This week, we were able to take our trident ROV on its first ever dives, to test it and get used to handling it ahead of our visit to Iceland.
We deployed it within the docks at the National Oceanography Centre, Southampton (NOCS), from the R.V. Callista. This ship is skippered by Bill, and both him his awesome pet labrador Thomas have been on many exploration adventures with us so far, so we decided to name our trident ROV Thomas in honour of Thomas the dog.
Testing went very well, and we were very impressed with the quick and easy set up of ROV Thomas, as well as the video quality. We definitely need to get better at handling it, but despite this ROV Thomas was able to reveal to us the nature of the NOCS dock seafloor, as well as the many marine invertebrates living on the dock wall.
What lives on Iceland's vent chimneys?
Time is drawing closer to our adventure, with only a month and a half to go before we visit Iceland’s shallow vent chimneys! At this stage I thought it might be good to explore what creatures we might expect to find living on them.
In Icelandic marine waters in general the fauna is made up of arctic-boreal and boreal species which can also occur in western European waters, and there are also some American species. Around 3.6 million years ago when the isthmus of Panama formed and closed the Central American Seaway, the flow of Pacific water from the Bering Strait and Arctic Ocean into the Atlantic brought a range of Pacific marine invertebrates to Iceland, including the blue mussel (Mytilus edulis) and the common whelk (Buccinum undatum).
There has been little work to document in detail specifically the animals living on Iceland’s shallow vent chimneys, but the many divers that have explored the site have provided valuable indications in the form of pictures and videos of what lives there. The chimneys appear to be dominated by algae and benthic invertebrates that occur on the sides of the chimney cones, sometimes living very close to the conduits from which the vent fluid escapes. Anemones, bryzoans and sponges appear to be abundant encrusting fauna on the vent chimney walls, with molluscs such as mussels and gastropods occurring around these. Sea urchins and seastars are also often observed on the vent chimneys.
The microbial life of Iceland’s vent chimneys has been researched in relatively more detail, with studies of shallow vent chimneys spewing alkaline fluids typically having microbial communities dominated by heterotrophic and mixotrophic Gammaproteobacteria and/or members of the Firmicutes phylum. The community of microbes found at Strytan appears to include over 50 strains of thermophilic microbes, with bacteria mainly from the Aquificales group and Archaea mainly from the Korarchaeota. These microbes appear to reflect the freshwater inputs into the Icelandic vent chimney habitat.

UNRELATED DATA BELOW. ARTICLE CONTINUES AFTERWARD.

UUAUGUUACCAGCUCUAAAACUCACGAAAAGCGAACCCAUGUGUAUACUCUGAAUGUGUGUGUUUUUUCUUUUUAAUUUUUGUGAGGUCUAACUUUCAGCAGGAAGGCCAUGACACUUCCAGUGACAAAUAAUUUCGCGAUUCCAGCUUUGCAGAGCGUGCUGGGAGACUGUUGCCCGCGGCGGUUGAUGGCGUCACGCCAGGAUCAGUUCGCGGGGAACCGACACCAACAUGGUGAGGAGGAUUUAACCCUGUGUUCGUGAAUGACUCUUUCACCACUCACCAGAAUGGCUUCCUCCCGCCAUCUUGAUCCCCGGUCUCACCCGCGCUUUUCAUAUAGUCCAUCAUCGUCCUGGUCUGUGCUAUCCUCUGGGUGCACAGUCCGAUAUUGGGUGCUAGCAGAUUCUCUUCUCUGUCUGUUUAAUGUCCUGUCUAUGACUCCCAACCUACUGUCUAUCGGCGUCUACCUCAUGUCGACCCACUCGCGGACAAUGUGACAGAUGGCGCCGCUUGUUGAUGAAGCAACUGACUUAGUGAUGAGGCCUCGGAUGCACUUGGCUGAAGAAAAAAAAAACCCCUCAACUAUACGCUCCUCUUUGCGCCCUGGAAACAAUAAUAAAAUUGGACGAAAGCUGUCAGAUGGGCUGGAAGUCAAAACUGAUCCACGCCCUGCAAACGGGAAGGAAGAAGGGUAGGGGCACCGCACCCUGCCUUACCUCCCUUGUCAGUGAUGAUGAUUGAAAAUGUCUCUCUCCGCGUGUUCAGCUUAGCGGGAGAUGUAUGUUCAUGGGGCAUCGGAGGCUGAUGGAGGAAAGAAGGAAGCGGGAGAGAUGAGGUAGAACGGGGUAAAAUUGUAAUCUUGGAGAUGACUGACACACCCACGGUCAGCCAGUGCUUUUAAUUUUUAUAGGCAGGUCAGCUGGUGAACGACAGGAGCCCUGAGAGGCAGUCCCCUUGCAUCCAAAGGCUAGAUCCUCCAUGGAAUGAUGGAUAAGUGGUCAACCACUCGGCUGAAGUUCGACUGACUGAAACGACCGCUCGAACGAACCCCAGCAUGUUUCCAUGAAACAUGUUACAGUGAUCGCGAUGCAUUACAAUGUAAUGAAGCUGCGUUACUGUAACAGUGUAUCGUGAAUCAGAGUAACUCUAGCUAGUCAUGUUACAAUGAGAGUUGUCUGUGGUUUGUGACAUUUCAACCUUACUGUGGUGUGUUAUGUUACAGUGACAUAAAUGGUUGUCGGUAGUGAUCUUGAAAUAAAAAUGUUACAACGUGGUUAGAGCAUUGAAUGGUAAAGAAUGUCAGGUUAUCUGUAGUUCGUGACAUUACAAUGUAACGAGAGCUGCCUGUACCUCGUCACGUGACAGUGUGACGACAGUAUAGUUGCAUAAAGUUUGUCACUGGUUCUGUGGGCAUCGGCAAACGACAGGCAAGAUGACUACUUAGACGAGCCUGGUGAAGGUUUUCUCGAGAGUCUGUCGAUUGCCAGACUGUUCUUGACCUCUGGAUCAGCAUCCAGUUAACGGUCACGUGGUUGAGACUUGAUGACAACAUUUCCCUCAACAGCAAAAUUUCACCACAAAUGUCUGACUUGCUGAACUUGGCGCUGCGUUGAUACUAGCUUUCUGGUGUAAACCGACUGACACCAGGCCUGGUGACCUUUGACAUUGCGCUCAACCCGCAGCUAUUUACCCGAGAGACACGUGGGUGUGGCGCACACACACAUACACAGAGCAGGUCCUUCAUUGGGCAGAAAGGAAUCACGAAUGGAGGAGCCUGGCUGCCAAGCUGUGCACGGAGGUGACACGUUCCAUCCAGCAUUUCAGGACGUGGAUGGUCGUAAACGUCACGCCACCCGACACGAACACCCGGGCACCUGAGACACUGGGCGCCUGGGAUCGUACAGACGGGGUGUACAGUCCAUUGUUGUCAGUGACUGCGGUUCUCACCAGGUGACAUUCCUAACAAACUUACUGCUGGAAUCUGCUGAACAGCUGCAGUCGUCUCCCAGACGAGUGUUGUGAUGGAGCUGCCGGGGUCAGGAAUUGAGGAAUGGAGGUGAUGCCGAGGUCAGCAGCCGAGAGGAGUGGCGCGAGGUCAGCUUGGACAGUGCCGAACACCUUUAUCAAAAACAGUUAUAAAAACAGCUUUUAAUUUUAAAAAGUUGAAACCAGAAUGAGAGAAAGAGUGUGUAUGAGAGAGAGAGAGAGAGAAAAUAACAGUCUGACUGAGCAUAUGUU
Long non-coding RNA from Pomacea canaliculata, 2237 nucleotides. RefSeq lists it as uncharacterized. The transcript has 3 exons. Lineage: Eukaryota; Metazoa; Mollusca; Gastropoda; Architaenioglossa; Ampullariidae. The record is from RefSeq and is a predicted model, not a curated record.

More on Iceland’s vent chimneys
In the deep ocean, the chemistry of hydrothermal vent environments can have a big influence on the communities of life that form at these sites. A lot of vent chimneys in the deep sea are comprised of iron sulphide minerals such as pyrite, and spew a fluid that is rich in hydrogen sulphide. This gas is used by certain types of microbes (sulphide oxidisers) to convert carbon dioxide into food. In the absence of light, these microbes can dominate deep sea vent communities and would feed the range of highly specialised animals that have made their homes there.
Iceland’s vent chimneys are somewhat different to those commonly found in the deep sea along mid-ocean ridges. Rather than iron sulphides, the Icelandic vent chimneys are comprised of saponite, a clay-like mineral which is rich in magnesium, silicon and aluminium, and the fluid that emanates from the Icelandic vent chimneys is also unlike that which flows from deep sea vents, because it is derived from rainwater, whereas the fluid flowing out of deep sea vents is modified seawater. Iceland vent chimney fluid is also alkaline, has a low mineral content, and has a temperature of around 80°C. It is thought that the chimneys have been around since the last ice age, and are 11,000 years old, while the fluid flowing from them is over 1,000 years old!
The organisms that are found on the Icelandic chimneys are also somewhat different to those at deep-sea vents - because Strýtur and Arnarnesstrýtur occur within shallow waters easily reached by light from the sun, the communities are more typical of shallow-water arctic marine environments, which are typically supported by photosynthesis rather than the chemicals coming out of the vents.
The Trident ROV is here!
We are absolutely thrilled to have received support for our project from the S.E.E. Initiative, and very grateful for their donation of a Trident ROV to help us explore!
The Trident ROV arrived safely this week in our lab at the Natural History Museum in London, and I have been attempting set up as well as trying to figure out the controls, so far it all seems fairly straightforward.